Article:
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Number of zones and system efficiency in Northwest climate

bloodywanker | Posted in Mechanicals on

I am setting up a 48,000 btu Mitsubishi outdoor unit for a ~2000 sf home in the Seattle area.  I am considering either (2) 24k MSZ-GL indoor units, or (4) smaller units.  The floor plan is quite open, and with some added ventilators, I believe can easily distribute the air and/or use remote thermostats so that cold spots will not be an issue with 2 zones.  However I am wondering if the minimum capacity will still be too large on these 24k units.  Our climate is pretty mild, and I want them to be able to run continuously with minimal compressor short cycling, keeping the house comfortable in the mid-seasons whatever the outside air temp is, 40s-50s.  Am I better off with a number of lower capacity units spread around?  Is “turndown” performance better on the smaller units, allowing better range of usage throughout the year?  I notice that the 24k units on low setting is still so much higher, cfm and everything.. How does my outdoor unit react and use power differently on a system of (2) at 24k, vs. say, (4) at 12K or (3) at 9k plus one at 18K?  Thanks.

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Replies

  1. GBA Editor
    Martin Holladay | | #1

    Steve,
    You can't design a heating system without performing a load calculation first. Here are links to relevant articles:

    "Saving Energy With Manual J and Manual D"

    "How to Perform a Heat-Loss Calculation — Part 1"

    "How to Perform a Heat-Loss Calculation — Part 2"

    "Who Can Perform My Load Calculations?"

  2. bloodywanker | | #2

    Already did this, the heating load came to 47,500. The question has more to do with how the system is split up, and the behavior of the large vs small indoor units. I'm not terribly concerned about power usage, whether it ends up being a little more one way or the other. I just want to make sure I don't make a mistake of getting the large units if they are not as smooth-running, or would give more wear and tear to the system. I can imagine a couple 9k's purring along at low setting continuously, whereas even one of the big units coming on at low - full blast compared to the small units, might heat up the space more rapidly than it should, then cycle. So question basically comes down to this: (assuming even distribution of heat) In mild cool temps, are smaller units better for keeping house steady temp? And is my 48NA capable of running with very low output to a couple of these lower btu units without cycling? Thanks again for advice anyone may have.

  3. Expert Member
    Dana Dorsett | | #3

    Check your math. A heating load of 47,500 BTU/hr @ ~25F for a 2000' house is a SHOCKINGLY high number. I've seen nearly UNINSULATED ~2000' houses in New England that came in at about that number, but at design temps 20-25F colder than yours.

    Most 2000' houses (even a rancher with an unheated 2000' basement) would come in under 30,000 BTU/hr @ 25F, quite a few would be under 25K. to hit 47-48K would require an extreme amount of sub-code window area or something.

    Getting the load numbers right and sizing correctly is critical for getting the best efficiency & comfort out of heat pumps.

    A sketch of the floor plan, with the room by room loads would be useful for making recommendations here too.

  4. bloodywanker | | #4

    It's a mid-century home with vaulted ceilings and poor insulation, and a wall of 1st generation dual glazing. See attached plan and section. The slab-on-grade basement is mirror image of the upstairs plan. I used the calculator at ecomfort.com, gave me 19,700 for basement and 27,800 for upper level. Anyway I already have the 48k outdoor unit, but I could look in to replacing it if it's overkill. Haven't acquired the indoor units yet. Thanks again for taking a look.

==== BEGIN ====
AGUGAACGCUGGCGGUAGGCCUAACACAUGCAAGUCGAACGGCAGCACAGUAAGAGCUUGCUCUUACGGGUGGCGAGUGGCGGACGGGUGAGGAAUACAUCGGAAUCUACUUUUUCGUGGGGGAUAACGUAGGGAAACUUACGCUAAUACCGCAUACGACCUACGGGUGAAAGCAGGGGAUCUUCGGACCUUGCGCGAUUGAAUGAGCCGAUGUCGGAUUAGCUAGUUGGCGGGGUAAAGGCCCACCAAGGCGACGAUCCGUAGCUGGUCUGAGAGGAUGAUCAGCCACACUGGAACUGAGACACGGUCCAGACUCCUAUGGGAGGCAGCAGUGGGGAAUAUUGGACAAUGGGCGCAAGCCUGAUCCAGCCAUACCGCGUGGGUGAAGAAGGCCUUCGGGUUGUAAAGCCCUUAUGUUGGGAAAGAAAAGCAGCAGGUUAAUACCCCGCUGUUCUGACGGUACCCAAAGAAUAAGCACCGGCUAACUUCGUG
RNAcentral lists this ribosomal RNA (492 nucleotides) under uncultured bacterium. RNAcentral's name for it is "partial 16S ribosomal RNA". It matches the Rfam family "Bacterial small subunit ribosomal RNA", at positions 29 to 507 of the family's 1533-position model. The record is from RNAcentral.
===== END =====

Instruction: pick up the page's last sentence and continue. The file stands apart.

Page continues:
5. Expert Member
    Dana Dorsett | | #5

    The ecomfort "Mini Split and HVAC Sizing Calculator is a ridiculous piece of junk with no truly detailed construction inputs- it's not even as good as an experienced professional's WAG after merely eyeballing the house. I'd never use it for anything, so I can't tell you how much oversizing factor it's output is likely to deliver, but at least 1.5x or more is all but assured, and the error bars are large.

    Try running the room by room numbers using loadcalc.net, and assume ZERO infiltration, and the most optimistic insulation values that could be reasonably expected for the vintage- eg: If it's batt insulated 2x4 assume it's R13, not R11, etc. Even then loadcalc regularly overshoots reality by a double digit percentage, but not by 2x. Using aggressive assumptions on everything loadcalc would usually be under 1.25x the numbers that a properly aggressive Manual-J using a professional tool would deliver.

    Are all those windows single-pane with no storms?

    If you have a wintertime heating history on the place you can validate the load calculations using a fuel-use based load calculation (winter fuel-use only):

    https://www.greenbuildingadvisor.com/article/out-with-the-old-in-with-the-new

  6. bloodywanker | | #6

    Alright, see attached for a calc from the builditsolar website. Let me know if you see anything odd. Figured 2.0 on the R-value for all these windows, which is probably generous. A bit of single pane glazing, and a few solid wood doors. Pretty mild on the design air temp, and it's a somewhat leaky house as well, yet I decided not to give a 1.0 value for air changes per hour. Heat loss out roof is less than I expected with the entire roof at R-13. Doesn't seem right that walls and ceilings are 1:1 in terms of heat loss per area..?

    Back to the system and the original question - the manual says I need at least two indoor units totaling a minimum 12k rated btu. Though the max capacity isn't probably ever needed, it seems like it will work for my needs--and I don't have to max it out, right? There's obviously cost savings upfront associated with fewer larger units. But if they cannot ramp down as nicely as the smaller units, is my main concern. As I said before, I'm not too worried about separate zone control or inadequate air circulation throughout the house.

  7. Expert Member
    Dana Dorsett | | #7